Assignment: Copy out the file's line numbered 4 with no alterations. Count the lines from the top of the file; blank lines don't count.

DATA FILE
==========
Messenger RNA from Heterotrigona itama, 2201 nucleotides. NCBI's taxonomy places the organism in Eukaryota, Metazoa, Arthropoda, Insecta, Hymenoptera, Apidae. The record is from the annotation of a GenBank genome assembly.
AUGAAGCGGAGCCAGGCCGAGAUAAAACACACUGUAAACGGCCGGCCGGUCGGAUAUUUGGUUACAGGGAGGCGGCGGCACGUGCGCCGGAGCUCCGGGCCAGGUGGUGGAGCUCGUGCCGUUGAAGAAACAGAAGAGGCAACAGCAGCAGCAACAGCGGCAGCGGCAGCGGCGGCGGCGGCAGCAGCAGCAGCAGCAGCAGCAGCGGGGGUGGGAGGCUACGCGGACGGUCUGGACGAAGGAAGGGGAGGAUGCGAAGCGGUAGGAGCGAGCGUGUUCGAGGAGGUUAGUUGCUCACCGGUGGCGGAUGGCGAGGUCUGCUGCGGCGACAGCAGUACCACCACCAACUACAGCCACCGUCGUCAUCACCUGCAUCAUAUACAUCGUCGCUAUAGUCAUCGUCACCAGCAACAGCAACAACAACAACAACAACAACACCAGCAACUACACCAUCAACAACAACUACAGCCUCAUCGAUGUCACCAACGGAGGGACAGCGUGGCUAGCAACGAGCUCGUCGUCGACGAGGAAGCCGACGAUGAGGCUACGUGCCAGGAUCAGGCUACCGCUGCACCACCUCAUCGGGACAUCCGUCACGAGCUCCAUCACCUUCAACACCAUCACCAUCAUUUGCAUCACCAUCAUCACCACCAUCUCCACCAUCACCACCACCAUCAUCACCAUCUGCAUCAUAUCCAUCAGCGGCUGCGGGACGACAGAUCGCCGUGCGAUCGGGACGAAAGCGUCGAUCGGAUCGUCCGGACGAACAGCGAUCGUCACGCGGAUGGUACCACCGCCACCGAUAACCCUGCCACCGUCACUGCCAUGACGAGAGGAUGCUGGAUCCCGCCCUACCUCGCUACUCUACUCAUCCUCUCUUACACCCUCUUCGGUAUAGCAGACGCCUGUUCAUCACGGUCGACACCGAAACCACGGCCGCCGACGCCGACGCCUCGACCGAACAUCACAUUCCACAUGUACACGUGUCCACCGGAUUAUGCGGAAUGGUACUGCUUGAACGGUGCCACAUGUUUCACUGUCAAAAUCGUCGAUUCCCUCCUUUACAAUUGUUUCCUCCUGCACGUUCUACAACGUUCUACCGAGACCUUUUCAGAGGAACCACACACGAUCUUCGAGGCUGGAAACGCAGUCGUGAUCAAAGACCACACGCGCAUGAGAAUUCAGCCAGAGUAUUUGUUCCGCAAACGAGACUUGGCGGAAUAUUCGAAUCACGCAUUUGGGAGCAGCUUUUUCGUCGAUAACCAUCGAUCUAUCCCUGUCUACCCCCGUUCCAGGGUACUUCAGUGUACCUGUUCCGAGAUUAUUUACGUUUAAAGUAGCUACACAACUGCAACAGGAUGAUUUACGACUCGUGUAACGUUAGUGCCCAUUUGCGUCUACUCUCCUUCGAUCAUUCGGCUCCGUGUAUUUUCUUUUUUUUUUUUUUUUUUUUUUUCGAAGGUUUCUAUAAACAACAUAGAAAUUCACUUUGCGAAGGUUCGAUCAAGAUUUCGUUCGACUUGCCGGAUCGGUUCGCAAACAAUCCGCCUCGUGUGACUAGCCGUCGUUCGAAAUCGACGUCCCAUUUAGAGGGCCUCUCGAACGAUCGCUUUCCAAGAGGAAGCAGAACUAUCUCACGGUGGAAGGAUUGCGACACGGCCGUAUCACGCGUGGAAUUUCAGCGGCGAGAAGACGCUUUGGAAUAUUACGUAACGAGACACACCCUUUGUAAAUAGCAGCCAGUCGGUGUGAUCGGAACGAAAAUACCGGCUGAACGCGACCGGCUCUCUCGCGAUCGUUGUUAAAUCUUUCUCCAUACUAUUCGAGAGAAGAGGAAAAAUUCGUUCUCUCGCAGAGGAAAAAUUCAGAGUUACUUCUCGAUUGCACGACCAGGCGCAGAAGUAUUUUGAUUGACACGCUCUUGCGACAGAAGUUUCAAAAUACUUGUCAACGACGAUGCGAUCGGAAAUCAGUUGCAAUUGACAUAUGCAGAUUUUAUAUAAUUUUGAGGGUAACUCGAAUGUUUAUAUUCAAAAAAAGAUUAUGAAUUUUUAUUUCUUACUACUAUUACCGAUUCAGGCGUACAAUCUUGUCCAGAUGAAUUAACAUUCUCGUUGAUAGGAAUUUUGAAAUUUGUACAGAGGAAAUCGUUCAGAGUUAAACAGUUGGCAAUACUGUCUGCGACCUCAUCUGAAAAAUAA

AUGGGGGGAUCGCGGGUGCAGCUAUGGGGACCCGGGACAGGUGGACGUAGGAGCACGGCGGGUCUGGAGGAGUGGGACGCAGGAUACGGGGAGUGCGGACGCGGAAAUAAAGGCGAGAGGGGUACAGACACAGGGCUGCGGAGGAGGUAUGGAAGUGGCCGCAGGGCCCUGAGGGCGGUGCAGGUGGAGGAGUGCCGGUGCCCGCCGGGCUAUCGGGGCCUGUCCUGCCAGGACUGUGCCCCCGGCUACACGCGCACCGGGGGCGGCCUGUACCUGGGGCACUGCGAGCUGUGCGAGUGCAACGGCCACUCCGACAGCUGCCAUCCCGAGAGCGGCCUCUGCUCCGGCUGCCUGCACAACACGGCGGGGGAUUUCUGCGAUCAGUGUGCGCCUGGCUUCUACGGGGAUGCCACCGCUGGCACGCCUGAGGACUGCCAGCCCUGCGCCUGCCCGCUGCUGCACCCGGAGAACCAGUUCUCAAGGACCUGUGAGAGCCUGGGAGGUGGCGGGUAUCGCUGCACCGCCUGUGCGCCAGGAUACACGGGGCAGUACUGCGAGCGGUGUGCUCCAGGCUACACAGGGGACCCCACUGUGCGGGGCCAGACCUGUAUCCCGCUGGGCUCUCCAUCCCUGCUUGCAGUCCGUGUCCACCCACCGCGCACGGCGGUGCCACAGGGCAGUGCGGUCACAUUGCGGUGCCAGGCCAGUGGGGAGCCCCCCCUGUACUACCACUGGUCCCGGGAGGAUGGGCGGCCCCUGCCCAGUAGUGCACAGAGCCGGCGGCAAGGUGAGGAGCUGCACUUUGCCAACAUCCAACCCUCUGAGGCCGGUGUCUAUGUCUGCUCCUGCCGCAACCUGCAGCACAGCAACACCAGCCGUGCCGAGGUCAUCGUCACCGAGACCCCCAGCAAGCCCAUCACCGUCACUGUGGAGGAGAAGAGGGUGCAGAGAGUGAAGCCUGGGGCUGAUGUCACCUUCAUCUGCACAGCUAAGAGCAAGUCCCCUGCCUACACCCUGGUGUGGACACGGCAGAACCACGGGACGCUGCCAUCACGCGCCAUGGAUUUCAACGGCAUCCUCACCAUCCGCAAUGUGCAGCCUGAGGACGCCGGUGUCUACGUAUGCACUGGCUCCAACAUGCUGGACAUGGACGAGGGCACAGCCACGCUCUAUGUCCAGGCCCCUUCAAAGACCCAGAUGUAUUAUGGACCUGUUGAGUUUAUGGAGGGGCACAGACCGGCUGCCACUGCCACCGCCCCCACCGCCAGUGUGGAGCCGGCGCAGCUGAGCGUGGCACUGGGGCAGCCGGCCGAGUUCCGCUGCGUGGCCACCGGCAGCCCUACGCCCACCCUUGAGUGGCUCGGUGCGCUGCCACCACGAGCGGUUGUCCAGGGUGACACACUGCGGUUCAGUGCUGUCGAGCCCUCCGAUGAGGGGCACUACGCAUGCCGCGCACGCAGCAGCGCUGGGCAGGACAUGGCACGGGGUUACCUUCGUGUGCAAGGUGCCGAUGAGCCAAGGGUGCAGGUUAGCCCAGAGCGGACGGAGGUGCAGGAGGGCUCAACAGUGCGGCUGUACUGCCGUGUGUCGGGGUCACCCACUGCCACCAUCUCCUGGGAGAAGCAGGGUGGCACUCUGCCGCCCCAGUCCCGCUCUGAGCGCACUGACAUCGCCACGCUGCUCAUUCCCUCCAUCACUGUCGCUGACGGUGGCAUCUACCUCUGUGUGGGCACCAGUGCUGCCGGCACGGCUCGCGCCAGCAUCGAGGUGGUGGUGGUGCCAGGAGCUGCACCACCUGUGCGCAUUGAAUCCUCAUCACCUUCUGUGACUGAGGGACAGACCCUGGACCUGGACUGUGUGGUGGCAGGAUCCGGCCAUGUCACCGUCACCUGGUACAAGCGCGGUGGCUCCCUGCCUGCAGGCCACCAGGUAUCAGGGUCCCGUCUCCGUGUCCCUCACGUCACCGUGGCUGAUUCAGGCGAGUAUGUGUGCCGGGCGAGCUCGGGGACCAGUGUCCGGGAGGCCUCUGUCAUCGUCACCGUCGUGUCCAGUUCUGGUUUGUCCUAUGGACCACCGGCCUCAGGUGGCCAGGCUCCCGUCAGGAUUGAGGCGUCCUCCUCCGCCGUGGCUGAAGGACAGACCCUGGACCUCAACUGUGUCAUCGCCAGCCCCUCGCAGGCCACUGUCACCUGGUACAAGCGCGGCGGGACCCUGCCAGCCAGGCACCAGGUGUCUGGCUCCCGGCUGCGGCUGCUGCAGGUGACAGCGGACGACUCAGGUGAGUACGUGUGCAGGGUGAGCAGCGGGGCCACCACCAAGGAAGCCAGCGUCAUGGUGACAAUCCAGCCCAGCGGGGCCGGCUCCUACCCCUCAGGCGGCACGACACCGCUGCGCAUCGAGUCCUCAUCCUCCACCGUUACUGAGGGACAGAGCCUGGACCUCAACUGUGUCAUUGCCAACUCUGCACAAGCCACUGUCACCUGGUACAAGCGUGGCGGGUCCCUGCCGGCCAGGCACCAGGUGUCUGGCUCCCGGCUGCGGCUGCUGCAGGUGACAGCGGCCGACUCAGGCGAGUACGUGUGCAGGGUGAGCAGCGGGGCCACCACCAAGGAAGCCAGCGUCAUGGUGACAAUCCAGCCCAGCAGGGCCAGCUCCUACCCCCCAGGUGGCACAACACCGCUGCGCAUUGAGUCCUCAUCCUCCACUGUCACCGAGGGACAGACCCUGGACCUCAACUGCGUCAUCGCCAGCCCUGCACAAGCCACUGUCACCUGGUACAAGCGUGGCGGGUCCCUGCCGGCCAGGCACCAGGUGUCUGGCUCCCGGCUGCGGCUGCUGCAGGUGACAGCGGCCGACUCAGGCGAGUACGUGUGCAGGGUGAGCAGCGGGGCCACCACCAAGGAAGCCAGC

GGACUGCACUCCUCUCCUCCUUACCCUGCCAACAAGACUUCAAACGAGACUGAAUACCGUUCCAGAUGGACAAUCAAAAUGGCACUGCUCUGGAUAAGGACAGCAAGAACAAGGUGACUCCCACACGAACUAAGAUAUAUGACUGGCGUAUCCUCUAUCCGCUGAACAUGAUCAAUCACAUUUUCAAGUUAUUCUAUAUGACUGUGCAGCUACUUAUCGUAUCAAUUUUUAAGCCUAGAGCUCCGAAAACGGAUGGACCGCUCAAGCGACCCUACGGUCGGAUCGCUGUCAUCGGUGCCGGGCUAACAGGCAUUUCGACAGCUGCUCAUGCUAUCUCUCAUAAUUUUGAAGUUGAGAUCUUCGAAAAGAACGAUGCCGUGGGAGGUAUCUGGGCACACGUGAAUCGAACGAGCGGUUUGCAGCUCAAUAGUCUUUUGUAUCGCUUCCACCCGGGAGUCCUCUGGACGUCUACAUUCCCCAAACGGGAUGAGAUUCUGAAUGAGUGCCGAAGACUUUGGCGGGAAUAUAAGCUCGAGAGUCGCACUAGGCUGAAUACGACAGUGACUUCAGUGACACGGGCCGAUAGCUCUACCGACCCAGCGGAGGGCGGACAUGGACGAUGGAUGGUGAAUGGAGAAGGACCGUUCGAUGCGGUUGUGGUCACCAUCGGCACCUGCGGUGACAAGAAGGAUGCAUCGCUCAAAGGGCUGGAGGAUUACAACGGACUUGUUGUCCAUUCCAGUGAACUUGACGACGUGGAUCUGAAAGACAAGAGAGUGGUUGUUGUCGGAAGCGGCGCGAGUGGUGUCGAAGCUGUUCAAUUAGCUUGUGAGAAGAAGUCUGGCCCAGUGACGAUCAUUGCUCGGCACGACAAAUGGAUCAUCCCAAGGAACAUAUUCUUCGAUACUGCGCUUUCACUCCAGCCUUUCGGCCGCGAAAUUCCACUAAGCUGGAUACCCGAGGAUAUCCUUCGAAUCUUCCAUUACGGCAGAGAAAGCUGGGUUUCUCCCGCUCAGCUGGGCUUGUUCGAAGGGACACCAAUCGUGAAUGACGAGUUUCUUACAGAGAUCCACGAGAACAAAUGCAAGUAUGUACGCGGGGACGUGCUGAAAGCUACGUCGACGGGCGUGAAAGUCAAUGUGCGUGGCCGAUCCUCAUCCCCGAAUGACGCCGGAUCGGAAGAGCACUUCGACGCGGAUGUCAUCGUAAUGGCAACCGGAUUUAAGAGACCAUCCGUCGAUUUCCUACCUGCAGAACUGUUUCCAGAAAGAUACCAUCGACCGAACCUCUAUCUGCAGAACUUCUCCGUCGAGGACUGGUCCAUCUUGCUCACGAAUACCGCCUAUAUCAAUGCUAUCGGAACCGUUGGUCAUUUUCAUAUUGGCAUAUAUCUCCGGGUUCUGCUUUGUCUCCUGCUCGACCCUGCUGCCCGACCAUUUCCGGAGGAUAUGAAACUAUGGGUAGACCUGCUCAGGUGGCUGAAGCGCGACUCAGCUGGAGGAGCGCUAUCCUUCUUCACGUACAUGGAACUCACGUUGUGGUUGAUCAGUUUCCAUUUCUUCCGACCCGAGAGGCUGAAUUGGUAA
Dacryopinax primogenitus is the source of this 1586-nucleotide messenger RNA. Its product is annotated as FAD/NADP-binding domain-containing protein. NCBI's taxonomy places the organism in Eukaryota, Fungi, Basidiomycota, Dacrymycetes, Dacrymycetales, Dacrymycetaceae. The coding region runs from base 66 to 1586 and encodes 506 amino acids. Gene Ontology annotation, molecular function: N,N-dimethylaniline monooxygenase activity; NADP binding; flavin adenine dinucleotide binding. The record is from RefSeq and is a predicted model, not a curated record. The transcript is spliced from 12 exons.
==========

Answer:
GGACUGCACUCCUCUCCUCCUUACCCUGCCAACAAGACUUCAAACGAGACUGAAUACCGUUCCAGAUGGACAAUCAAAAUGGCACUGCUCUGGAUAAGGACAGCAAGAACAAGGUGACUCCCACACGAACUAAGAUAUAUGACUGGCGUAUCCUCUAUCCGCUGAACAUGAUCAAUCACAUUUUCAAGUUAUUCUAUAUGACUGUGCAGCUACUUAUCGUAUCAAUUUUUAAGCCUAGAGCUCCGAAAACGGAUGGACCGCUCAAGCGACCCUACGGUCGGAUCGCUGUCAUCGGUGCCGGGCUAACAGGCAUUUCGACAGCUGCUCAUGCUAUCUCUCAUAAUUUUGAAGUUGAGAUCUUCGAAAAGAACGAUGCCGUGGGAGGUAUCUGGGCACACGUGAAUCGAACGAGCGGUUUGCAGCUCAAUAGUCUUUUGUAUCGCUUCCACCCGGGAGUCCUCUGGACGUCUACAUUCCCCAAACGGGAUGAGAUUCUGAAUGAGUGCCGAAGACUUUGGCGGGAAUAUAAGCUCGAGAGUCGCACUAGGCUGAAUACGACAGUGACUUCAGUGACACGGGCCGAUAGCUCUACCGACCCAGCGGAGGGCGGACAUGGACGAUGGAUGGUGAAUGGAGAAGGACCGUUCGAUGCGGUUGUGGUCACCAUCGGCACCUGCGGUGACAAGAAGGAUGCAUCGCUCAAAGGGCUGGAGGAUUACAACGGACUUGUUGUCCAUUCCAGUGAACUUGACGACGUGGAUCUGAAAGACAAGAGAGUGGUUGUUGUCGGAAGCGGCGCGAGUGGUGUCGAAGCUGUUCAAUUAGCUUGUGAGAAGAAGUCUGGCCCAGUGACGAUCAUUGCUCGGCACGACAAAUGGAUCAUCCCAAGGAACAUAUUCUUCGAUACUGCGCUUUCACUCCAGCCUUUCGGCCGCGAAAUUCCACUAAGCUGGAUACCCGAGGAUAUCCUUCGAAUCUUCCAUUACGGCAGAGAAAGCUGGGUUUCUCCCGCUCAGCUGGGCUUGUUCGAAGGGACACCAAUCGUGAAUGACGAGUUUCUUACAGAGAUCCACGAGAACAAAUGCAAGUAUGUACGCGGGGACGUGCUGAAAGCUACGUCGACGGGCGUGAAAGUCAAUGUGCGUGGCCGAUCCUCAUCCCCGAAUGACGCCGGAUCGGAAGAGCACUUCGACGCGGAUGUCAUCGUAAUGGCAACCGGAUUUAAGAGACCAUCCGUCGAUUUCCUACCUGCAGAACUGUUUCCAGAAAGAUACCAUCGACCGAACCUCUAUCUGCAGAACUUCUCCGUCGAGGACUGGUCCAUCUUGCUCACGAAUACCGCCUAUAUCAAUGCUAUCGGAACCGUUGGUCAUUUUCAUAUUGGCAUAUAUCUCCGGGUUCUGCUUUGUCUCCUGCUCGACCCUGCUGCCCGACCAUUUCCGGAGGAUAUGAAACUAUGGGUAGACCUGCUCAGGUGGCUGAAGCGCGACUCAGCUGGAGGAGCGCUAUCCUUCUUCACGUACAUGGAACUCACGUUGUGGUUGAUCAGUUUCCAUUUCUUCCGACCCGAGAGGCUGAAUUGGUAA